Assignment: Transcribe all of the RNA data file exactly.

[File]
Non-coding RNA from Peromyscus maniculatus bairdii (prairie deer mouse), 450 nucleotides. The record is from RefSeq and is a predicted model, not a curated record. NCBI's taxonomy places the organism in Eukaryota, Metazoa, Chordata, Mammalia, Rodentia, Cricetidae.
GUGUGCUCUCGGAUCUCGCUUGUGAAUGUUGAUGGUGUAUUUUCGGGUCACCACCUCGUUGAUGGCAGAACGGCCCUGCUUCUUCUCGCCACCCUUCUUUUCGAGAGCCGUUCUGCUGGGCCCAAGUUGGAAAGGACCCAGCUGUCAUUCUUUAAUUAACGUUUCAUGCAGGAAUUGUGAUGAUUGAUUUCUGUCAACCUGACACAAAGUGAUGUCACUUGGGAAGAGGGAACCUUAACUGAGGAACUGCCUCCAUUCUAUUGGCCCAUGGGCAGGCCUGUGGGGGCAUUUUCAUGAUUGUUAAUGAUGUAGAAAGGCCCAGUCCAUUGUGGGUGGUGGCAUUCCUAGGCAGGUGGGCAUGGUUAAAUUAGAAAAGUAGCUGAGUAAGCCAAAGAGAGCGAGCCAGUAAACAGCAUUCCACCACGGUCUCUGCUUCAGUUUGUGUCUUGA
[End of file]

Non-coding RNA from Peromyscus maniculatus bairdii (prairie deer mouse), 450 nucleotides. The record is from RefSeq and is a predicted model, not a curated record. NCBI's taxonomy places the organism in Eukaryota, Metazoa, Chordata, Mammalia, Rodentia, Cricetidae.
GUGUGCUCUCGGAUCUCGCUUGUGAAUGUUGAUGGUGUAUUUUCGGGUCACCACCUCGUUGAUGGCAGAACGGCCCUGCUUCUUCUCGCCACCCUUCUUUUCGAGAGCCGUUCUGCUGGGCCCAAGUUGGAAAGGACCCAGCUGUCAUUCUUUAAUUAACGUUUCAUGCAGGAAUUGUGAUGAUUGAUUUCUGUCAACCUGACACAAAGUGAUGUCACUUGGGAAGAGGGAACCUUAACUGAGGAACUGCCUCCAUUCUAUUGGCCCAUGGGCAGGCCUGUGGGGGCAUUUUCAUGAUUGUUAAUGAUGUAGAAAGGCCCAGUCCAUUGUGGGUGGUGGCAUUCCUAGGCAGGUGGGCAUGGUUAAAUUAGAAAAGUAGCUGAGUAAGCCAAAGAGAGCGAGCCAGUAAACAGCAUUCCACCACGGUCUCUGCUUCAGUUUGUGUCUUGA